The Poor, Christian Mission, and Our Hyperconnected World
(Baker Academic, 2017)
WHO: Bryant L. Myers, professor of transformational development in the School of Intercultural Studies at Fuller Theological Seminary.
HE SAYS: “The intent of this book is to introduce the subject of globalization to students, pastors and church leaders, to invite them to go before God and seek their individual and collective callings to be faithful witnesses within the sprawling and complex world of 21st century globalization.”
THE BIG IDEA: The complex forces of globalization are shaping the world, influencing how we reach out to those who don’t yet know Jesus. Loving God and loving our neighbor require a new vision, which requires a reexamination of good secular theories. The church has different possible missional roles that require an updated perspective on globalization as a whole.
Section 1 sets the stage by presenting the author’s thesis, how it will be discussed and the foundations the support it.
Section 2 introduces globalization, from the problems of definitions to its ambiguities.
Section 3 delves into the different eras of globalization, exploring their history and their impact.
Section 4 thoroughly examines the impact of globalization, from economic changes to the development of technology.
Section 5 is a thoughtful look at how the poor worldwide are influenced by globalization.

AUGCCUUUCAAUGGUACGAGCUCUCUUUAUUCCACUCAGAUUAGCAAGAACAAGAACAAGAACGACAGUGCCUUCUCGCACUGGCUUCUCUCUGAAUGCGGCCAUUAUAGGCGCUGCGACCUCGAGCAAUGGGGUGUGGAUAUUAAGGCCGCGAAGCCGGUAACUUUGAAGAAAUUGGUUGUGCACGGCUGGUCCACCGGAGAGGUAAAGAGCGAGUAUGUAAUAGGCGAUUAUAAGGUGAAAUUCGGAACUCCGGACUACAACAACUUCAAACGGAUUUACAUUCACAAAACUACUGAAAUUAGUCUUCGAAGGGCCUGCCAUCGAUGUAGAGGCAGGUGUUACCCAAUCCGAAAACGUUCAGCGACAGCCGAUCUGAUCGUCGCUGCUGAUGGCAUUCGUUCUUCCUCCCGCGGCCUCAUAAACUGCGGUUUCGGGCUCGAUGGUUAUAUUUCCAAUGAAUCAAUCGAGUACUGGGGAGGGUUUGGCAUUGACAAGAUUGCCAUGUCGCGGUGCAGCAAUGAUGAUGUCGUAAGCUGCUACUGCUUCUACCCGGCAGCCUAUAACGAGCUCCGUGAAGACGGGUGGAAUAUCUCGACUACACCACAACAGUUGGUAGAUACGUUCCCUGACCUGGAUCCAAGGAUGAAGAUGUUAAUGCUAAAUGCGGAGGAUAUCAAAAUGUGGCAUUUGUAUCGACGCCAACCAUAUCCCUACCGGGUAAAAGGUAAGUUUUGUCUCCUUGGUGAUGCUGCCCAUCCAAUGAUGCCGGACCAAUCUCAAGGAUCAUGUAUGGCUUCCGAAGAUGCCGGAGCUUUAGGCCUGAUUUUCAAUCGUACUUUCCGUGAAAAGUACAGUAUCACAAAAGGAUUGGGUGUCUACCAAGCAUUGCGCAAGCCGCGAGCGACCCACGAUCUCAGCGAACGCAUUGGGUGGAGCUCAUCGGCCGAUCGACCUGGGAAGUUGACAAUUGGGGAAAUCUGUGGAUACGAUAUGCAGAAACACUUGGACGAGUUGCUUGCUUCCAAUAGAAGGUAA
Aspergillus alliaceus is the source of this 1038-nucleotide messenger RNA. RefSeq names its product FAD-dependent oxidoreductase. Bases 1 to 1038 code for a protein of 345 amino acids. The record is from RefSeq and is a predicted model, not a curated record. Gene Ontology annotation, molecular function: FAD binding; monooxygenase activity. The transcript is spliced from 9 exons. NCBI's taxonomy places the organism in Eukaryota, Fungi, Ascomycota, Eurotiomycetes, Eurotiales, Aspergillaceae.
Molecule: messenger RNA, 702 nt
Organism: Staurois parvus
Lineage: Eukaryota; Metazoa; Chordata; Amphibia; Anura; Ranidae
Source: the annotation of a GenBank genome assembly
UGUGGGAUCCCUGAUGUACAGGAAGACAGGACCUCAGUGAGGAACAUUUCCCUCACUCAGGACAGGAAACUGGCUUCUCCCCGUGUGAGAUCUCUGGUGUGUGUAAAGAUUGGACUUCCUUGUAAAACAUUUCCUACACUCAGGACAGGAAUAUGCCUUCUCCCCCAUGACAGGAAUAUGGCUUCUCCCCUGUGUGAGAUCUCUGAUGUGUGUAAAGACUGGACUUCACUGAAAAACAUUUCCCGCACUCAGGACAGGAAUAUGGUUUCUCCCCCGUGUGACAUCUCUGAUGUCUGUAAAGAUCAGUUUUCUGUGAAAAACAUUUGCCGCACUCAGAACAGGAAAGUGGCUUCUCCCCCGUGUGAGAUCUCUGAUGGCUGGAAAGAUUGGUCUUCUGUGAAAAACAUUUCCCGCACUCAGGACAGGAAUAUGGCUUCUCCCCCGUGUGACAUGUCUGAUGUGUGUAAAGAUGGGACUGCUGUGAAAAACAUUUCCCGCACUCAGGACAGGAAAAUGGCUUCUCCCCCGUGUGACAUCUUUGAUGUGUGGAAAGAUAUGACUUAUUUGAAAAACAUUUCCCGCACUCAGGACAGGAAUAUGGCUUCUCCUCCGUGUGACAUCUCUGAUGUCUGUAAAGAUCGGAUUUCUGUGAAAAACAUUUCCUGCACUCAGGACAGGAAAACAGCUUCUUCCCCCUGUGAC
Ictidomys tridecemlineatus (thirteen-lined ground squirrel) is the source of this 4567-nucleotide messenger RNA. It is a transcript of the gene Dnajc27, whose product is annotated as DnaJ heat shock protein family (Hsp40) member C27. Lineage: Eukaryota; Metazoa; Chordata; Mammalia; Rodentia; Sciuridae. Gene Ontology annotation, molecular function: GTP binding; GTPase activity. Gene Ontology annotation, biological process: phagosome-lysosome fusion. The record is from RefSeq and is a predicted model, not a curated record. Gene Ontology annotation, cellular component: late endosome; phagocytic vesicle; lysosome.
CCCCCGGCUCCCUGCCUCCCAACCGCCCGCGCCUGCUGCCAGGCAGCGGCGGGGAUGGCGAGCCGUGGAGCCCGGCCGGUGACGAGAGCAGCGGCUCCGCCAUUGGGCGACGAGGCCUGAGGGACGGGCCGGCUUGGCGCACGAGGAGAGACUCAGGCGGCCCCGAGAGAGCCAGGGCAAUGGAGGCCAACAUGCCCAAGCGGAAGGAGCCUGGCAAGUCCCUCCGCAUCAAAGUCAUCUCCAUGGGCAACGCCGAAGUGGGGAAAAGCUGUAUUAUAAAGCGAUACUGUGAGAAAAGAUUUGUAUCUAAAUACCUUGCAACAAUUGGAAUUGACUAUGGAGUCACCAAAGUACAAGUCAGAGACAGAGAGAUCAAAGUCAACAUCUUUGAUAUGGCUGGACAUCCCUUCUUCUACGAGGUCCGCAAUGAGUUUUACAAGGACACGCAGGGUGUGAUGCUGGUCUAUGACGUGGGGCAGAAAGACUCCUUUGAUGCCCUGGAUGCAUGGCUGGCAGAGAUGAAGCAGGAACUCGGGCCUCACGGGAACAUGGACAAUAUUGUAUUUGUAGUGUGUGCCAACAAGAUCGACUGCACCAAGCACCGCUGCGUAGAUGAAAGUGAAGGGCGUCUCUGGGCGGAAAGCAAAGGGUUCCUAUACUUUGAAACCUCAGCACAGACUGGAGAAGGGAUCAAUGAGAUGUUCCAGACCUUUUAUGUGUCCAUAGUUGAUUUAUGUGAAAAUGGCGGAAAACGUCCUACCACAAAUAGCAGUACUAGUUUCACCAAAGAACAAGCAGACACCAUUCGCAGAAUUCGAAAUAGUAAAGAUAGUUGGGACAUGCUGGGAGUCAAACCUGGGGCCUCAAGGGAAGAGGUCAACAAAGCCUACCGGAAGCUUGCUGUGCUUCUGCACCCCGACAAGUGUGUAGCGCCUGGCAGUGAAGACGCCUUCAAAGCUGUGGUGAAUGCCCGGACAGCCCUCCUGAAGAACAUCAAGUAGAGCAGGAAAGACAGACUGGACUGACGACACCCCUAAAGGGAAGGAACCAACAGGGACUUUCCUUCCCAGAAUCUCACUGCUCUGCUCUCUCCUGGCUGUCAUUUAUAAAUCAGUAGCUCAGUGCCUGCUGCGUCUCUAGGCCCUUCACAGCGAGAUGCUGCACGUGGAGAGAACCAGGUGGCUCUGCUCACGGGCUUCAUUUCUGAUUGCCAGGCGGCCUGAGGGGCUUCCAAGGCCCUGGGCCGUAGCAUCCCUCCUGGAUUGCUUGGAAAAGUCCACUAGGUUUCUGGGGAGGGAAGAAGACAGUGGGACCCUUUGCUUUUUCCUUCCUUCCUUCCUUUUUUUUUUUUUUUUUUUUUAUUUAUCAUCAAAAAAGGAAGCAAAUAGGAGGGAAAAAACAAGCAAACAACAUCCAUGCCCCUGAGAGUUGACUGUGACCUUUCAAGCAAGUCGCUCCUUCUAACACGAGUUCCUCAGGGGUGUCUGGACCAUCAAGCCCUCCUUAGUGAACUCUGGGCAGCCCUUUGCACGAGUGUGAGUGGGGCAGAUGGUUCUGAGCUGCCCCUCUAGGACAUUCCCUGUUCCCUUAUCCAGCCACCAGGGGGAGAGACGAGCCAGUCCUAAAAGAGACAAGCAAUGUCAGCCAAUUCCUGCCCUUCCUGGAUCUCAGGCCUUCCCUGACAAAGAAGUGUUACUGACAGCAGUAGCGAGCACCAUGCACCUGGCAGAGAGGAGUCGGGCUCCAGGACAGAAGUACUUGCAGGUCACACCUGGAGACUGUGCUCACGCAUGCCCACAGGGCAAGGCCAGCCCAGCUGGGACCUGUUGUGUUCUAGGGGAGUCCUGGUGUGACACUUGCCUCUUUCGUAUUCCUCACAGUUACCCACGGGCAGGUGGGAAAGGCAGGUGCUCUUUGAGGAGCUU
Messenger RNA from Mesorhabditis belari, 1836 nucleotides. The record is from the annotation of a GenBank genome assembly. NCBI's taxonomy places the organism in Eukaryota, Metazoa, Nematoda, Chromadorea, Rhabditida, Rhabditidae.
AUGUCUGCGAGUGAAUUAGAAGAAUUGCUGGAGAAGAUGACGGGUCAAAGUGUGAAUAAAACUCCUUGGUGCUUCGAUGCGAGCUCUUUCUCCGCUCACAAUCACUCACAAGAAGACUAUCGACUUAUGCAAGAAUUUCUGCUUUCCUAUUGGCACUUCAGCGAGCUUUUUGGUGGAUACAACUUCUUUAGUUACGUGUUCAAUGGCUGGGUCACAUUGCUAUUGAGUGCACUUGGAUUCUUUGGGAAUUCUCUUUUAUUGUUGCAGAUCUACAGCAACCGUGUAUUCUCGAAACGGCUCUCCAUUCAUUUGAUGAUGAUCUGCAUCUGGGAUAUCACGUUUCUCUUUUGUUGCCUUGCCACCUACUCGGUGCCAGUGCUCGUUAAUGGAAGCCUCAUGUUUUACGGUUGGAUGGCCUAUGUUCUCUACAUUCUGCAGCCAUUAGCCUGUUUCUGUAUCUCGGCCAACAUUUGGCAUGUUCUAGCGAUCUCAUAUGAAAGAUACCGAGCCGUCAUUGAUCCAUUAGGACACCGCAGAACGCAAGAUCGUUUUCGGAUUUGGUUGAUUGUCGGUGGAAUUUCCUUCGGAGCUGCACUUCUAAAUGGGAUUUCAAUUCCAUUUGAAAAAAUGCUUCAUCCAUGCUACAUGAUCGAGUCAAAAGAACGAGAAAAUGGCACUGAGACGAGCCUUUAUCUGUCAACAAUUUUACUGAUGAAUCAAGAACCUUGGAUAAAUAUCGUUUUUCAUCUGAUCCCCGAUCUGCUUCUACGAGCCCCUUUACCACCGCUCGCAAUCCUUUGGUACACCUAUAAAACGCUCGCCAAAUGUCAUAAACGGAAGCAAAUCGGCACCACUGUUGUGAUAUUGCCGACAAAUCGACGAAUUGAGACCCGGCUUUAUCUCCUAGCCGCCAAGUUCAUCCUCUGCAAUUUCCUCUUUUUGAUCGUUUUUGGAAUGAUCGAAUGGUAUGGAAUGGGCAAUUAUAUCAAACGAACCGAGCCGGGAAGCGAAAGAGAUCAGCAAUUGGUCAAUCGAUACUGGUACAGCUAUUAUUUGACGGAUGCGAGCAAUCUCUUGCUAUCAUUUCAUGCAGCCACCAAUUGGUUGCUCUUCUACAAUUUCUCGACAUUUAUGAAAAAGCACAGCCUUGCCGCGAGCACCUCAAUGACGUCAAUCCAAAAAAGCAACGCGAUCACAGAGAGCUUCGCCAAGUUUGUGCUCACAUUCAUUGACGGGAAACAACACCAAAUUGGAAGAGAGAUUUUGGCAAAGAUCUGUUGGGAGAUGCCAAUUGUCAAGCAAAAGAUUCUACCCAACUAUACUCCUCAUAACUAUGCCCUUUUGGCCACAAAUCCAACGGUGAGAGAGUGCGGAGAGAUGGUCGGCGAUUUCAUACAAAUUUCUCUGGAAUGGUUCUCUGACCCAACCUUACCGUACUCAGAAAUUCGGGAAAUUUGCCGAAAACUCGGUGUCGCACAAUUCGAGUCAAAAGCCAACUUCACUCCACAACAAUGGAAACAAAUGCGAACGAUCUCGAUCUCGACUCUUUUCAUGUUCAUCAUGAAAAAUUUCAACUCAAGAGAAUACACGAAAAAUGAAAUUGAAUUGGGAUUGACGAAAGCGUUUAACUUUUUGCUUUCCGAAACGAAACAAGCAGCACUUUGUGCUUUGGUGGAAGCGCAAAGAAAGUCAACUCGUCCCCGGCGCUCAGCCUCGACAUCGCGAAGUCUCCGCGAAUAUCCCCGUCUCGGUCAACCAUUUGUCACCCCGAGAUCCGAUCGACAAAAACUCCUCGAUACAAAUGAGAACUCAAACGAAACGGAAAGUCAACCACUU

Section 6 concludes with “Globalization and the Church,” which discusses the theological limitations of globalization, the missiological challenge on the table and how the church should engage with globalization.
“The multifaceted and complex world of globalization requires an equally broad family of Christian responses.”
A 2018 OUTREACH RESOURCE OF THE YEAR—MULTICULTURAL CATEGORY
“Myers reimagines globalization and its subsequent influence on the crucial missional issues of the church such as migration, creation care, justice and compassion, power and development. At the same time, he emphasizes that our omnipotent God is in the midst of globalization and is still very much in control.”
Evaluated by Robert L. Gallagher, the department chair and associate professor of intercultural studies at Wheaton College Graduate School, where he has taught since 1998.